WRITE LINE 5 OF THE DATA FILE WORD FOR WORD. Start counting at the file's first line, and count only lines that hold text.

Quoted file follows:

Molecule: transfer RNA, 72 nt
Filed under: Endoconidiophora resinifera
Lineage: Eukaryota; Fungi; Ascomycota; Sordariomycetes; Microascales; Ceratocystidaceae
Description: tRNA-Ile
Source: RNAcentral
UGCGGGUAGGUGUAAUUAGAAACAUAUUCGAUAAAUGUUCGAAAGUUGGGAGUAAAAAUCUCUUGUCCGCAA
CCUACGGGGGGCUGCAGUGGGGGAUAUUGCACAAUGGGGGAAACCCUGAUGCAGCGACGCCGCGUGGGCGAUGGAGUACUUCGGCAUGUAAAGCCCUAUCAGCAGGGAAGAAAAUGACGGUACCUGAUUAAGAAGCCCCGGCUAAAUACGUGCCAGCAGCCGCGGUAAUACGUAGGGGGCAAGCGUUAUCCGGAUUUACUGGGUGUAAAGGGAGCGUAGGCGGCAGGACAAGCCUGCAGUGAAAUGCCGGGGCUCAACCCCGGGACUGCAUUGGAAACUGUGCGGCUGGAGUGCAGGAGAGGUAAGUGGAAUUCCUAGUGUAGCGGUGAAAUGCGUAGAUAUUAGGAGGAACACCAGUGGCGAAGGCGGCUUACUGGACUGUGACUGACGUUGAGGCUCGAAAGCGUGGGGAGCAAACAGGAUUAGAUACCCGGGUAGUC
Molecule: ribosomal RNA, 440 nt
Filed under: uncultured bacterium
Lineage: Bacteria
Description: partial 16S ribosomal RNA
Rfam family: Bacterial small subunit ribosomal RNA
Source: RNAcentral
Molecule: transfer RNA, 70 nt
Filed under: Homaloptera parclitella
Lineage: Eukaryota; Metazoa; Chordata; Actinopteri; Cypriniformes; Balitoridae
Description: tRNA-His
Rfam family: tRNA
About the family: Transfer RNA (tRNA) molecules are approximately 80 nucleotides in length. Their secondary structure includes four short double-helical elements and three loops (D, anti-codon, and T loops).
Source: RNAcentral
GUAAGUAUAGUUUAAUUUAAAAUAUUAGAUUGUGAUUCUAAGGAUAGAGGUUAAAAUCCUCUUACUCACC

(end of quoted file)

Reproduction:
Source: RNAcentral